Beyond Business as Usual: Looking inward to change our story


A new paper from the Institute of Governance Reform suggests ways the new president of Sierra Leone, HE Julius Maada Bio can make a fundamental shift in institutionalised practices, systems and norms that are binding constraints to good governance in the country.

In it the authors Andrew T. Lavali and Fredline A. O. M’Cormack-Hale write:

"In keeping with the mandate of the New Direction Manifesto, the Bio administration has undertaken several bold reforms in their first six months. On the economic front domestic revenue figures have almost doubled. The government also recently received a favourable review from the IMF which applauded them for taking many corrective actions to improve revenue and budget performance. After a year of suspension from the IMF for fiscal indiscipline, Sierra Leone may well be on course to rejoin the IMF. In education, the government has launched a Free Quality Education programme targeting over 1.5 million pupils. The government is also working on enhancing rice self-sufficiency and tackling graft.

"Despite the scope of reforms, there are enduring concerns. On-going programmes and measures are yet to translate into tangible improvements for citizens, who continue to grapple with the most basic needs, including access to food, water, housing, and roads. The 2018 UN poverty index shows that Sierra Leone has fallen further down the poverty scale. Access to justice also continues to be constrained as exemplified by incidences of electoral violence across the country being met with excessive police force."

The authors continue:

"Successive regimes have often been too timid to challenge entrenched beliefs, practices, and behaviours, out of fear of eroding their support base. Instead, they have preferred to rely on externally sourced development assistance to promote change, rather than looking inward to change the story. We argue in this brief that while international support in the form of aid and expertise is helpful, lasting solutions to Sierra Leone’s enduring challenges have to come from a hard and honest look within, and the courage to challenge the entrenched norms and ways of thinking that have contributed to holding the country back."

The paper concludes with a list of recommendations:

1. Increasing transparency around aid and international investments: Government should make conversations around international aid and investments open and inclusive and harmonised with Sierra Leone's poverty reduction agenda and national investment plan developed by the Sierra Leone Export and Import Promotion Agency (SLEIPA). Sierra Leoneans should be provided opportunities to comment on investment and aid opportunities with platforms provided for such feedback to be included in the final decisions taken. Moreover, information around the benefits and disadvantages of aid and investments should clearly be articulated and communicated. Government must ensure that donors meet internationally set guidelines of donor accountability, such as the Paris Declaration on Aid Effectiveness and the Accra Agenda for Action.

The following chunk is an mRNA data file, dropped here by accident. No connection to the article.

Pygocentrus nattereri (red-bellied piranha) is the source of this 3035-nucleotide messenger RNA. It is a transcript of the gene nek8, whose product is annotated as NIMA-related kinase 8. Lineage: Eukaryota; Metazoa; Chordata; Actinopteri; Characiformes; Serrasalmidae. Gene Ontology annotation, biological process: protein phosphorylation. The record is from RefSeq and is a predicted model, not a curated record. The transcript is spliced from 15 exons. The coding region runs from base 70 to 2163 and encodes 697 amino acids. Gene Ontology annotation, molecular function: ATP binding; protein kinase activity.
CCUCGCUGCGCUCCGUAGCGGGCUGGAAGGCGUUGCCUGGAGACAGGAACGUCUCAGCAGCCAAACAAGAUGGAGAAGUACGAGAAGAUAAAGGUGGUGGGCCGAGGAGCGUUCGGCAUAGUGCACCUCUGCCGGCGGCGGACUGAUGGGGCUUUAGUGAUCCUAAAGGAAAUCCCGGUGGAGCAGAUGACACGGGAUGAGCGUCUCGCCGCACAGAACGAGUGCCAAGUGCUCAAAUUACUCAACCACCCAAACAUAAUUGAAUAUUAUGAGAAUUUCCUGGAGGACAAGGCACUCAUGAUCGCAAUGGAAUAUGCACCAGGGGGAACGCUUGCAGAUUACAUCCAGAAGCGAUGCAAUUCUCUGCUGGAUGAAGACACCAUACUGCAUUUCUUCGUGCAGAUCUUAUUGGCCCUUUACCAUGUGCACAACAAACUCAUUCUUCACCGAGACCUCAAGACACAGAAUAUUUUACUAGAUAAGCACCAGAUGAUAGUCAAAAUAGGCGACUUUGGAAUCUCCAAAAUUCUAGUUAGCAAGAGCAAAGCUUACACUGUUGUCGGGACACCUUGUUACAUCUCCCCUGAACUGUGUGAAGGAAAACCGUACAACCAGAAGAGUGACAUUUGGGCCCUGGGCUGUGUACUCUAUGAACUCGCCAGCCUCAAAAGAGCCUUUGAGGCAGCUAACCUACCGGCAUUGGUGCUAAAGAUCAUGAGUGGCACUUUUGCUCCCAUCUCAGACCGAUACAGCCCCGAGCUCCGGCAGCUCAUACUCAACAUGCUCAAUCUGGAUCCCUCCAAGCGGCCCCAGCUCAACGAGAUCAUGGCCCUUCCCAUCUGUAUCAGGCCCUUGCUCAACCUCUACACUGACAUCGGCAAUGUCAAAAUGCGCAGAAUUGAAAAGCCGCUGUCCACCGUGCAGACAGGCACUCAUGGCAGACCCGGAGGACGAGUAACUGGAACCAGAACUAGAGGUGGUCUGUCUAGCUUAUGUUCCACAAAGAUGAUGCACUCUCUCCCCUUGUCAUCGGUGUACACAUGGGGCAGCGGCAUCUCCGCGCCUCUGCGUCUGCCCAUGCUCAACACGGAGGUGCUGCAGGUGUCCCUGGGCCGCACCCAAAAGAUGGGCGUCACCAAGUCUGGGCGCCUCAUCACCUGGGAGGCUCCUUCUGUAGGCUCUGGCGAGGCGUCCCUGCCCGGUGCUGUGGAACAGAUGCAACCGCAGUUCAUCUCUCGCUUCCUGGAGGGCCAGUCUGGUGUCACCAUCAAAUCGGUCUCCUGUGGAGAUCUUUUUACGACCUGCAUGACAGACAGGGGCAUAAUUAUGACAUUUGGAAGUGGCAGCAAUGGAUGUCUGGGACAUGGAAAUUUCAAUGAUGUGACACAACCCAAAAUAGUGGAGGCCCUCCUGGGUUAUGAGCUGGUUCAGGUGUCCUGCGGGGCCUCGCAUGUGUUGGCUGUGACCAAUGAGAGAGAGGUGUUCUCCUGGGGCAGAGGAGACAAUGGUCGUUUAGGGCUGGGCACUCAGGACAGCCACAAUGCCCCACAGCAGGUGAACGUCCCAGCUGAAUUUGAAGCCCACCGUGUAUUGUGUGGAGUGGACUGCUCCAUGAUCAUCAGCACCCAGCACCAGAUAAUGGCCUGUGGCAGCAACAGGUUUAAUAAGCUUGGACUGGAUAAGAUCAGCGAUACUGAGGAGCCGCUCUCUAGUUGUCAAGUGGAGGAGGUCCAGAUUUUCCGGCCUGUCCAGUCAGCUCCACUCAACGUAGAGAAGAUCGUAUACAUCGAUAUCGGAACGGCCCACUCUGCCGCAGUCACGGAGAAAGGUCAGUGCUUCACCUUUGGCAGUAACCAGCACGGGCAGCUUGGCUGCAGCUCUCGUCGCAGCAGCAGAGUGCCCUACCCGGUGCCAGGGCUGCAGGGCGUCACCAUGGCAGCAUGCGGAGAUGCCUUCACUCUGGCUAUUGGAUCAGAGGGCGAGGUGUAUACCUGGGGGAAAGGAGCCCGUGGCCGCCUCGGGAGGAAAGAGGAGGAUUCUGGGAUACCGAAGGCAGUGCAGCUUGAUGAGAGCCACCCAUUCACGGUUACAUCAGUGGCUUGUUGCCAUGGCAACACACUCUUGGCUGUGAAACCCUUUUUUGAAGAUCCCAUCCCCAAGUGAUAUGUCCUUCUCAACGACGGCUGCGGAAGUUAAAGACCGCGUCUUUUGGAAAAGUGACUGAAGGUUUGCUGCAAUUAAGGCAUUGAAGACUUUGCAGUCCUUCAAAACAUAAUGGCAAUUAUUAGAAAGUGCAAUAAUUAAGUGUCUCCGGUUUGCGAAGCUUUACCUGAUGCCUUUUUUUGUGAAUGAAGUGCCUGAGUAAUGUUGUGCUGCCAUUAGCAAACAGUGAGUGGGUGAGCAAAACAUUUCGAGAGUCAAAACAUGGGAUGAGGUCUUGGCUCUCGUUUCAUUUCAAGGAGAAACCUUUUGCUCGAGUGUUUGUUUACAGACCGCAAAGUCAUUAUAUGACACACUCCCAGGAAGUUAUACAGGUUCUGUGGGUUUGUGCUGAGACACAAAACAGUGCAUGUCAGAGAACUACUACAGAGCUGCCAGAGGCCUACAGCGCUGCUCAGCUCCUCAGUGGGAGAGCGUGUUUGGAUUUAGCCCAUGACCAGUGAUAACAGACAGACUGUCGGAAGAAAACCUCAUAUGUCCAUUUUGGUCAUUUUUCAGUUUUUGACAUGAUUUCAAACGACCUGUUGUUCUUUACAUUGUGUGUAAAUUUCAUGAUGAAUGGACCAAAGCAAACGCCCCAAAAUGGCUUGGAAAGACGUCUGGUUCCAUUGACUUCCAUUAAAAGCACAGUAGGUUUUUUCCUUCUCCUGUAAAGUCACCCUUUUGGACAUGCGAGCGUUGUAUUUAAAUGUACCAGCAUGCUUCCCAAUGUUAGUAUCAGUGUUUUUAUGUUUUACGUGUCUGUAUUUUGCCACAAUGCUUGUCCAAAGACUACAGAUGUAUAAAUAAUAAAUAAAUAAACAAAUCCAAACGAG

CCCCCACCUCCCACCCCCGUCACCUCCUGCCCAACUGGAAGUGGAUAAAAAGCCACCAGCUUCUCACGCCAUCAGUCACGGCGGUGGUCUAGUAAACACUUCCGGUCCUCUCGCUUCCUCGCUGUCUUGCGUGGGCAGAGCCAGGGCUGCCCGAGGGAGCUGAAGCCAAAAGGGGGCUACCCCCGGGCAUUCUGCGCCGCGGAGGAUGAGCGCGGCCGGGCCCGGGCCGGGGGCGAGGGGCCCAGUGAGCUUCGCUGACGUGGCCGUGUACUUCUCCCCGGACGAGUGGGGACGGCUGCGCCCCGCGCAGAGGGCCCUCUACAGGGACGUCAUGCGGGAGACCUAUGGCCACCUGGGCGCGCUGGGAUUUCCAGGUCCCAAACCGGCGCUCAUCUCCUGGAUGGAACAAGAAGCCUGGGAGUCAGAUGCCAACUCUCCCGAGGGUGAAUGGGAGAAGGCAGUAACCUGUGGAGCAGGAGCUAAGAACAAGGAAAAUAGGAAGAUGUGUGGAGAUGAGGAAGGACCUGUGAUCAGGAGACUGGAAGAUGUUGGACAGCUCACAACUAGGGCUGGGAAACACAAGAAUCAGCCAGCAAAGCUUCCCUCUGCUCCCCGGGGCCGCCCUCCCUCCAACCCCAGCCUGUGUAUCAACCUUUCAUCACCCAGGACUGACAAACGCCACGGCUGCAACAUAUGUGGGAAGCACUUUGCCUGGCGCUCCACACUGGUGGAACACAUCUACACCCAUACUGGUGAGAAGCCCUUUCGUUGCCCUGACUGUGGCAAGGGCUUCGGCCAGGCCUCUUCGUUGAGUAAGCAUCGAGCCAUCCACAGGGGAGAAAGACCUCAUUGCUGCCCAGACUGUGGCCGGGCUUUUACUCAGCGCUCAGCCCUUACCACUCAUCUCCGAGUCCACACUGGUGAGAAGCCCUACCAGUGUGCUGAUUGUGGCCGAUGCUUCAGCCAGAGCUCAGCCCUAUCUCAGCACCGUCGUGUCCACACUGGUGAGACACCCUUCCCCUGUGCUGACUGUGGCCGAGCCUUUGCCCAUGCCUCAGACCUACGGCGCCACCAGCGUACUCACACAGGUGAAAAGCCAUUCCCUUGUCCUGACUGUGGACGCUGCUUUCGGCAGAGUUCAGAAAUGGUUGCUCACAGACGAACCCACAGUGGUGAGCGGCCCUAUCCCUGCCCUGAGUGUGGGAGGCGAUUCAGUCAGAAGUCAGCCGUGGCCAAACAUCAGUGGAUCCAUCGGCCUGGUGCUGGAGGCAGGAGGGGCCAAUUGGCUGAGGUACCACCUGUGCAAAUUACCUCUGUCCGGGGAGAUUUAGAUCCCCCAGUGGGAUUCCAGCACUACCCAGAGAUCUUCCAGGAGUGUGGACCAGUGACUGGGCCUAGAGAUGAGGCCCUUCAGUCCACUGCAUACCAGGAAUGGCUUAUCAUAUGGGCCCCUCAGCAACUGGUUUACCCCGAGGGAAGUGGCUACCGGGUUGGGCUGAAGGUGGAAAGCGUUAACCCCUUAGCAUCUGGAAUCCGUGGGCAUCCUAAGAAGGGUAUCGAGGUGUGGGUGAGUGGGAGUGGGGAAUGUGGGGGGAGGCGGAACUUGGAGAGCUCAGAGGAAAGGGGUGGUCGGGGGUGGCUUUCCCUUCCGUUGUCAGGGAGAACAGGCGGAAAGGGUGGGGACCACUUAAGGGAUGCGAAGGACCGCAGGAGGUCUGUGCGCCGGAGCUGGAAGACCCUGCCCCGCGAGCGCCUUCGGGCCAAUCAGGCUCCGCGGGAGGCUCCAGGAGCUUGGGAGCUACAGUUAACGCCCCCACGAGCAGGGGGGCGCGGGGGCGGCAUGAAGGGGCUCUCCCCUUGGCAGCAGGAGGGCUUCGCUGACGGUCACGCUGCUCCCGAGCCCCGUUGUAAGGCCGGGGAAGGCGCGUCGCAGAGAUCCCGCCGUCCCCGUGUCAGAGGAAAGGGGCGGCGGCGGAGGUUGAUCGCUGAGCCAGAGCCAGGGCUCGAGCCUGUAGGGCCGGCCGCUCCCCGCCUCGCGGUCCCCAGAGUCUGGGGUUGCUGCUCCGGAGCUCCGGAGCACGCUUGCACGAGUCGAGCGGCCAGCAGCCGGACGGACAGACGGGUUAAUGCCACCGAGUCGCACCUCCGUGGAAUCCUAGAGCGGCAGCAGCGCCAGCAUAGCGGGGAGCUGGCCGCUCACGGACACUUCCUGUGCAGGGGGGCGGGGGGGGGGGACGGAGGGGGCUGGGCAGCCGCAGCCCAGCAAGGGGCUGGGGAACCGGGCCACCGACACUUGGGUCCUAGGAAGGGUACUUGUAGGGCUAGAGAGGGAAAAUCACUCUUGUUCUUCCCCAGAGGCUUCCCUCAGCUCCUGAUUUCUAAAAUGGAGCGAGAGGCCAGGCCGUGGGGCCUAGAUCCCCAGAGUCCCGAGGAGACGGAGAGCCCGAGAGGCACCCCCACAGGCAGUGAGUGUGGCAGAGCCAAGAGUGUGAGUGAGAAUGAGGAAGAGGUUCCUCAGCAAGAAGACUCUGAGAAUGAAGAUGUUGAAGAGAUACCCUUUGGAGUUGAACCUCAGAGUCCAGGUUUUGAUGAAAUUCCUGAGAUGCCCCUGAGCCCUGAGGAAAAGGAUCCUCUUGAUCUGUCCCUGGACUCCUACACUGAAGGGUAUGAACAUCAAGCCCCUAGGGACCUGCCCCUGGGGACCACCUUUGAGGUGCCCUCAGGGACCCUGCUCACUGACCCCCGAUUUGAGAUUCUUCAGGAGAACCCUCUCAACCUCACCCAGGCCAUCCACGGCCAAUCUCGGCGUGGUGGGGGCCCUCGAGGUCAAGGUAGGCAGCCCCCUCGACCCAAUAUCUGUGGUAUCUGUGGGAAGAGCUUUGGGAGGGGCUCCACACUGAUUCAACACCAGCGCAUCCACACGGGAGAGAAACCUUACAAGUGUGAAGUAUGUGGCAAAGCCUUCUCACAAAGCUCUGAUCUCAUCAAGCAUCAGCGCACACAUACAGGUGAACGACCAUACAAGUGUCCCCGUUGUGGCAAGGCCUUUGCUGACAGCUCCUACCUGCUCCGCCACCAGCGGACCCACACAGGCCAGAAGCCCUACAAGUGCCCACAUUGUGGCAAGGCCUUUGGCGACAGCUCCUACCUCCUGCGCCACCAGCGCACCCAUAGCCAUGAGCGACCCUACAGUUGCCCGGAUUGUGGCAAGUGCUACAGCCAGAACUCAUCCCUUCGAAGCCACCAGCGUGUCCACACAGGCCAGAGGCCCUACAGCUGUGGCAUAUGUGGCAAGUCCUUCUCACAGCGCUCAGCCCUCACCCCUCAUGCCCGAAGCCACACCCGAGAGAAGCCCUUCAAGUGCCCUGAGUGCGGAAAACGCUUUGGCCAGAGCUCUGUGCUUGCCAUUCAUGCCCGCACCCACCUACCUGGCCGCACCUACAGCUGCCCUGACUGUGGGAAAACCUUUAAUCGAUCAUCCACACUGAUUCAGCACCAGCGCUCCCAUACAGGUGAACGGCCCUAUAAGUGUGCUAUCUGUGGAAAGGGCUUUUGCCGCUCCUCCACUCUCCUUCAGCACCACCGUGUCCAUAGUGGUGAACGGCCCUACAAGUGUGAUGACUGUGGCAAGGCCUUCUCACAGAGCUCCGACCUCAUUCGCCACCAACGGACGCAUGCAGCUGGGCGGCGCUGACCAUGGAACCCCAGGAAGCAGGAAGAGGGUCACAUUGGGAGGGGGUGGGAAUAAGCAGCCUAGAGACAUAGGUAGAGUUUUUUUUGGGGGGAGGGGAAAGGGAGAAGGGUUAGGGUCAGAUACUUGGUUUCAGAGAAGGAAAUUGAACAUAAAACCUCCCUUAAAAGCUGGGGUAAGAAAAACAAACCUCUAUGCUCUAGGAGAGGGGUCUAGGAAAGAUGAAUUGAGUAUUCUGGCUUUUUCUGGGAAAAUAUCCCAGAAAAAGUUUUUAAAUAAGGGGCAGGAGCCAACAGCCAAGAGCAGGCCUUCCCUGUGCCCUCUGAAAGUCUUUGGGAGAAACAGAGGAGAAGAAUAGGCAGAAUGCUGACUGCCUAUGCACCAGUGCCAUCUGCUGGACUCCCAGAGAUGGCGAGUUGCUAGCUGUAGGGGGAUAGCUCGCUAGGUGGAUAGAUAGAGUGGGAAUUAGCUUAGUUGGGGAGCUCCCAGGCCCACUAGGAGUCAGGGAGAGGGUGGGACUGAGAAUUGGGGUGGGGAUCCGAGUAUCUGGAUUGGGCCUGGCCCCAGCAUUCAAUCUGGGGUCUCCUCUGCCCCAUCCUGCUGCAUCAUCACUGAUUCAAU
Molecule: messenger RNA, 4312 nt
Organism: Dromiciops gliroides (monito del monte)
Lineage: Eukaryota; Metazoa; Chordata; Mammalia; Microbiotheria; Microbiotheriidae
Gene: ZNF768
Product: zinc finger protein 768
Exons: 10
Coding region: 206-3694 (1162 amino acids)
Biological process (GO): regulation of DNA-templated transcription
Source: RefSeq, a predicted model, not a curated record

2. Deepen Decentralisation:

Government through the Ministry of Local Government and Rural Development and the Vice President’s Office should consider convening a stakeholder conference on decentralisation to tackle the challenges in devolution and its effects on service delivery at community level; find ways to make structures for local decentralisation functional; deepen the devolution of services to local councils; and minimize tensions within local councils, and between local councils and central government. The role of the Local Government Association is crucial in this regard.

3. The Role of the President:

In keeping with the constitutional mandate that the president is a symbol of national unity, the Office of the President should design and launch a special national diversity management project. Such a project should develop concrete indicators on national cohesion and invest in the use of national activities such as games, sports, dance troupes, as well as leverage and promote symbols of our collective integration such as religion, and intermarriage.

4. One Country, One People:

The government should also promote policies that confer benefits to all of Sierra Leone, irrespective of region, or ethnicity as well as ensure that there is no favouritism in the application of law. This includes fair resource distribution, and equitable administration of justice and security as ways to strengthen stability and social cohesion. One example would be to show zero tolerance to violence. As a matter of urgency, all acts of violence by political actors in the last election and recent bye election in Kambia and unprofessional conduct of state security agencies should be investigated and punished.

5. The new Civic Education Programme:

Government should consider the reintroduction of civics in schools with a special focus on educating the youth on the expectations and roles of politicians; the expectations of productive and engaged citizenry, as well as inculcating values such as good citizenship, tolerance, honest and transparent leadership will help to instil a sense of national pride.

Read the full report here:

Beyond Business as Usual


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